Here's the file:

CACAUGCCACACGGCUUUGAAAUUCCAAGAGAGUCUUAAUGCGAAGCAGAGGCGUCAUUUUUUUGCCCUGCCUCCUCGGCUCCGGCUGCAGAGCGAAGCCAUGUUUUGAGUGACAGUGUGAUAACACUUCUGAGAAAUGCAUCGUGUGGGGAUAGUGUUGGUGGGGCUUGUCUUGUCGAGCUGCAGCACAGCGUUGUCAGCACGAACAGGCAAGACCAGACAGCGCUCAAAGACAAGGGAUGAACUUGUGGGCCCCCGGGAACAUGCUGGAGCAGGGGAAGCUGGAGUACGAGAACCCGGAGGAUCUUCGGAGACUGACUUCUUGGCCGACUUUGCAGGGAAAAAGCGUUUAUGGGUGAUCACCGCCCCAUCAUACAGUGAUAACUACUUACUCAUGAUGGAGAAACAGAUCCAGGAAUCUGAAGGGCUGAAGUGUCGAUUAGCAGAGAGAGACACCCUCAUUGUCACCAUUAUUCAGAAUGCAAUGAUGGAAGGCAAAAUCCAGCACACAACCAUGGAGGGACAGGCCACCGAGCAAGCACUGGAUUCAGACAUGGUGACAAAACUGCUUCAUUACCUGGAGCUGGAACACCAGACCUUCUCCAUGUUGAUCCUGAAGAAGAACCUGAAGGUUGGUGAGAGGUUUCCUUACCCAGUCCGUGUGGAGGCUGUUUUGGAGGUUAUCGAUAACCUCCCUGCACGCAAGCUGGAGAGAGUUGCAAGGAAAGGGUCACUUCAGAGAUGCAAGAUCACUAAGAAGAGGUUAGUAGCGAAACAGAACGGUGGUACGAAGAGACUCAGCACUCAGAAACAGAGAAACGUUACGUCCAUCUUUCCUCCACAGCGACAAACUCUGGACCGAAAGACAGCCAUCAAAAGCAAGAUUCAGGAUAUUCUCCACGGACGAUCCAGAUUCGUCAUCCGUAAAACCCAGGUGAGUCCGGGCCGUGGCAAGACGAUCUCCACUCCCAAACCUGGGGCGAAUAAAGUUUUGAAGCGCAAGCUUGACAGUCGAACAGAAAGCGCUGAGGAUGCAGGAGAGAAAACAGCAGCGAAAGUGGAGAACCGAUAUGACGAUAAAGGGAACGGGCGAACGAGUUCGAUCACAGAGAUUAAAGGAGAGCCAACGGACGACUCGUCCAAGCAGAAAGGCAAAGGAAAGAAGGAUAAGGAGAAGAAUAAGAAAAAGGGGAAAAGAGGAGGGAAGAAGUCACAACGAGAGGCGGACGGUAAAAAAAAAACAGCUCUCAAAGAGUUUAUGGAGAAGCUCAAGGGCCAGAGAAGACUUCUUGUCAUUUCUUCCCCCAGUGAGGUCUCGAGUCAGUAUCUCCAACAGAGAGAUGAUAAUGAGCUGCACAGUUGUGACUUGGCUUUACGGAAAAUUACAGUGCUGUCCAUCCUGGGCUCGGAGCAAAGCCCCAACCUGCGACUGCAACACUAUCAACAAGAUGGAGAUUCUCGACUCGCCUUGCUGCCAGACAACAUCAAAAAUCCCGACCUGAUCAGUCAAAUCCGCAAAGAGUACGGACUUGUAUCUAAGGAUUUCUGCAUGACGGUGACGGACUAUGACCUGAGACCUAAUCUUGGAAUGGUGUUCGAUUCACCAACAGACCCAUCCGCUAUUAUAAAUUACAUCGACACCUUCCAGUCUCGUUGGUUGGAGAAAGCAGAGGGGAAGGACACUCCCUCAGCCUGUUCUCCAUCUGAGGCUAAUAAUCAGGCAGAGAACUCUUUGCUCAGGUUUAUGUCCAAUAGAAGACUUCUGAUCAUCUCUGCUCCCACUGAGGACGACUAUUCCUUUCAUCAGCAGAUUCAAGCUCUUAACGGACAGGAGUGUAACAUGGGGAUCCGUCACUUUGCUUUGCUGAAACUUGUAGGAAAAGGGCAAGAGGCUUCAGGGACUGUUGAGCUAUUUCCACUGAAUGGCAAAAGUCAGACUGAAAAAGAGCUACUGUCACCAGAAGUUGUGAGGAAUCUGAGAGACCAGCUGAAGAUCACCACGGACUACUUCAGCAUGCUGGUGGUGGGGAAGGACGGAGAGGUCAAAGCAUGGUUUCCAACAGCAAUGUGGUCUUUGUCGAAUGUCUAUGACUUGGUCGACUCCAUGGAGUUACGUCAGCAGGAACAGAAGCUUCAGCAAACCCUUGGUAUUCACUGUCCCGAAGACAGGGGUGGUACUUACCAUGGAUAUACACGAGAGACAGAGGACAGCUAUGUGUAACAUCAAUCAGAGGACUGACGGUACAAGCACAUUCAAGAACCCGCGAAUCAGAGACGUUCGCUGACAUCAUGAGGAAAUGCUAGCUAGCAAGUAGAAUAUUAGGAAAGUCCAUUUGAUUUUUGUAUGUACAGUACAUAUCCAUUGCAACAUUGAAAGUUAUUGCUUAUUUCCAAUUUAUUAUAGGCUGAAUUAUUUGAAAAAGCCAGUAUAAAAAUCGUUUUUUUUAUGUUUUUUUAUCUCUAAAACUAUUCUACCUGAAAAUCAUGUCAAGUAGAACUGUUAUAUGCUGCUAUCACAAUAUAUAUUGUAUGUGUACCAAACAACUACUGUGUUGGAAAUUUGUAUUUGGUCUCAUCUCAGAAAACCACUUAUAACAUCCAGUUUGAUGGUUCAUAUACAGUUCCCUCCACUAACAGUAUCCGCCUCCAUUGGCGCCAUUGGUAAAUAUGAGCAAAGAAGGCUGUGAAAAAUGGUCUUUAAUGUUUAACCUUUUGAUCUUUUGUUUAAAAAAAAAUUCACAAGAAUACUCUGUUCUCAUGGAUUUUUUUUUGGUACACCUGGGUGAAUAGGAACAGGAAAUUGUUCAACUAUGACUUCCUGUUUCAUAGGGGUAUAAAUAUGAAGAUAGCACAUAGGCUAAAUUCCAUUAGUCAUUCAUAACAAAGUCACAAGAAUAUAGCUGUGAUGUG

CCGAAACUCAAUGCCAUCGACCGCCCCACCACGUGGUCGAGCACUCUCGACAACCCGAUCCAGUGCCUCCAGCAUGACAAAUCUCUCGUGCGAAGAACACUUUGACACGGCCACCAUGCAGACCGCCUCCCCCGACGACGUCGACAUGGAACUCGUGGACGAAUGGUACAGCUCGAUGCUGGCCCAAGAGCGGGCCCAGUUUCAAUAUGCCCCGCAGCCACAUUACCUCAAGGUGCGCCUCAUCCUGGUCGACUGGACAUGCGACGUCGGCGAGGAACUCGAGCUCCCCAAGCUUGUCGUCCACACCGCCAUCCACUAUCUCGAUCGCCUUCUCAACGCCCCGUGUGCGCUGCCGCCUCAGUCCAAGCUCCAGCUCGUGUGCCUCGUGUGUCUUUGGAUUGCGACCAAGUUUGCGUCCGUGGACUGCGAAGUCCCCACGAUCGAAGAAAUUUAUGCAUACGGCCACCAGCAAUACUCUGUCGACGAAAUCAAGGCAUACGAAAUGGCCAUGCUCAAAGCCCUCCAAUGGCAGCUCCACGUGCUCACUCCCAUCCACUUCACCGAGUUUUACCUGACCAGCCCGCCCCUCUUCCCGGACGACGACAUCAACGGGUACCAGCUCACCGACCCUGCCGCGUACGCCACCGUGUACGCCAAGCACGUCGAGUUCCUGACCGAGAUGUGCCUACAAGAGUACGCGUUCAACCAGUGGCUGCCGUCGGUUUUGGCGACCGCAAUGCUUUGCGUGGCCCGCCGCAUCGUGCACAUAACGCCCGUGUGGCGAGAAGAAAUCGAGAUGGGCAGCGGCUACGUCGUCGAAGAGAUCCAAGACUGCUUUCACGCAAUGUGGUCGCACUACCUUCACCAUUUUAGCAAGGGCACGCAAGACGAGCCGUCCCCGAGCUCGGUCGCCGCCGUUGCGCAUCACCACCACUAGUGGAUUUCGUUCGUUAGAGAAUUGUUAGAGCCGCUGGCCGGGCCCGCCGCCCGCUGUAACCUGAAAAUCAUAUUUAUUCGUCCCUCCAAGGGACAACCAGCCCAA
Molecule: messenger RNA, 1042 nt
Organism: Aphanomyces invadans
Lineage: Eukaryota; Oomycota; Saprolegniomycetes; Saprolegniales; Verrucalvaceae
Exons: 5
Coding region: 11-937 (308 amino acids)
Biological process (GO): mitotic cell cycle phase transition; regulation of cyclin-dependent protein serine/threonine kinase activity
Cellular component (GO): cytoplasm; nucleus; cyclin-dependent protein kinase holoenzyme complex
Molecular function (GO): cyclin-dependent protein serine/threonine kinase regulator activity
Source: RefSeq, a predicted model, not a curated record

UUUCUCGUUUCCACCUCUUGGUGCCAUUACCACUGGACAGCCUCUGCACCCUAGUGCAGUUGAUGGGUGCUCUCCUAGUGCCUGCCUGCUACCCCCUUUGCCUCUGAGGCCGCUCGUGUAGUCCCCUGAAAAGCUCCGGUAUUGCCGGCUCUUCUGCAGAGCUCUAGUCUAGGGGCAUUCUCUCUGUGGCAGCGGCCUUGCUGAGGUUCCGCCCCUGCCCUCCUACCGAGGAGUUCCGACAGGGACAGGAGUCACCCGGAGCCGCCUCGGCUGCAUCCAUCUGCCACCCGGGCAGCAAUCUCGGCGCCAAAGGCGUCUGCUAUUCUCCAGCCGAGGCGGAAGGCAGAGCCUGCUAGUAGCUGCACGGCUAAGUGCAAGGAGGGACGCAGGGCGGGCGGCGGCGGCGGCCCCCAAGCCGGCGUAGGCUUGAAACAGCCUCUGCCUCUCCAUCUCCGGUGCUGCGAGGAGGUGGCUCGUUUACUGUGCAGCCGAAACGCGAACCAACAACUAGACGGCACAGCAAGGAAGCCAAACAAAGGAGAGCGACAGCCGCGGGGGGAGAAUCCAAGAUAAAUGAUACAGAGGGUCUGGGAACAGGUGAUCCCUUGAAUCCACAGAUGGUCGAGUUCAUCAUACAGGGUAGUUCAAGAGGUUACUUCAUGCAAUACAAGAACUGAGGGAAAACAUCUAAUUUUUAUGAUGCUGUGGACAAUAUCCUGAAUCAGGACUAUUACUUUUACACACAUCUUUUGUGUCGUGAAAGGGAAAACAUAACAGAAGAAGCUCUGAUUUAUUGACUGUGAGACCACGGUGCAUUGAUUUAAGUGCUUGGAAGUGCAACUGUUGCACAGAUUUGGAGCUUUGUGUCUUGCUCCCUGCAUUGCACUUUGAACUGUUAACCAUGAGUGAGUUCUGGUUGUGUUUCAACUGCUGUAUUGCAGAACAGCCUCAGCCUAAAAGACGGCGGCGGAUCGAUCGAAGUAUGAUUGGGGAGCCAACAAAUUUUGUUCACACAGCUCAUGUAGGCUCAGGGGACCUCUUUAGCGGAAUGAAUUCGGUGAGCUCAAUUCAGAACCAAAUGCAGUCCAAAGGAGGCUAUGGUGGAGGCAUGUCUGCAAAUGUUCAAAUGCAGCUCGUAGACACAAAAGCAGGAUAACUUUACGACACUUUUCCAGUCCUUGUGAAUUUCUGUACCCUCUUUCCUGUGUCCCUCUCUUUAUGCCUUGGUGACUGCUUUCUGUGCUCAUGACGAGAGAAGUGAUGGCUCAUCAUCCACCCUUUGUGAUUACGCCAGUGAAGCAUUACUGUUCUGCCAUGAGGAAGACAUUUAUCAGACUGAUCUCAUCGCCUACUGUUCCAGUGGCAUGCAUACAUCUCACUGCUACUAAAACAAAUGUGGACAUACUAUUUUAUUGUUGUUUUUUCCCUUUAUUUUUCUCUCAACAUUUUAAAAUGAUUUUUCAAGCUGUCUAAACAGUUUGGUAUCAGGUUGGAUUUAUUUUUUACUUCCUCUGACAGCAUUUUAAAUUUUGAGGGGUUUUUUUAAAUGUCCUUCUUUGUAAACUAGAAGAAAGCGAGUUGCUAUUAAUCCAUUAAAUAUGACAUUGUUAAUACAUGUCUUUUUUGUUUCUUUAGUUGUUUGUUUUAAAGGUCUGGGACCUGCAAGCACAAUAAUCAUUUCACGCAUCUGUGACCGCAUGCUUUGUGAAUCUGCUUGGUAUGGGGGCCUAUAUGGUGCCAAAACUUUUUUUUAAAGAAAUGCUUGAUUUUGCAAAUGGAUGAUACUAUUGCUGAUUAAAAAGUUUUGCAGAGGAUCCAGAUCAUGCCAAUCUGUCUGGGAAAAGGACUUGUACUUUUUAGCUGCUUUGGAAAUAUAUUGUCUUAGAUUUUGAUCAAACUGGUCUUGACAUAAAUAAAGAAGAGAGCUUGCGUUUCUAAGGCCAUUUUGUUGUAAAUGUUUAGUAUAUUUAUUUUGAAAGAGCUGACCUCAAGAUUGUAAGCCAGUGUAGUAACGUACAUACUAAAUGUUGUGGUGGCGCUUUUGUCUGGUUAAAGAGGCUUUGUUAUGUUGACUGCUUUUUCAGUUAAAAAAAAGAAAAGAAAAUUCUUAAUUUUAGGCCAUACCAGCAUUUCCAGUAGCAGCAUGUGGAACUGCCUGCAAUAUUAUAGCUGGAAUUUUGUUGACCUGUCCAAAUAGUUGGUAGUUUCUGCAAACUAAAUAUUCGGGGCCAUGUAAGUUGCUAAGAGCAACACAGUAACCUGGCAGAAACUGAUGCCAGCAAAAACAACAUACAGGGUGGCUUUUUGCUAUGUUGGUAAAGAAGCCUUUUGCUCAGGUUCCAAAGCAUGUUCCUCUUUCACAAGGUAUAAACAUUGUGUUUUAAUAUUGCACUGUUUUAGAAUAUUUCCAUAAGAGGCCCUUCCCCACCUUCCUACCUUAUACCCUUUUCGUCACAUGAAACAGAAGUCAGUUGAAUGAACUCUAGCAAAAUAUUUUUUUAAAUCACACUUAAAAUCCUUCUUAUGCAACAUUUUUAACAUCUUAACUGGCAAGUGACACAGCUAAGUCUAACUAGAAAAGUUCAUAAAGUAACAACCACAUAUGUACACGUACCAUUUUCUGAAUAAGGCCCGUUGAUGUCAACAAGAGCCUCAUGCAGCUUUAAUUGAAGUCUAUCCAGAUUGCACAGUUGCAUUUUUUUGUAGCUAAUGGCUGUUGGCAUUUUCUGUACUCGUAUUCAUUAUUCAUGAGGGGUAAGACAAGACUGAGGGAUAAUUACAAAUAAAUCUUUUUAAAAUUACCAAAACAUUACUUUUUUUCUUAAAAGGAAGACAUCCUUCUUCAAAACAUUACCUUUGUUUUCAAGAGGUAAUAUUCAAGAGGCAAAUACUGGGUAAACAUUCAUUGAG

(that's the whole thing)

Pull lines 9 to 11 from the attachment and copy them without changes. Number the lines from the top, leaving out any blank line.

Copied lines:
Cellular component (GO): cytoplasm; nucleus; cyclin-dependent protein kinase holoenzyme complex
Molecular function (GO): cyclin-dependent protein serine/threonine kinase regulator activity
Source: RefSeq, a predicted model, not a curated record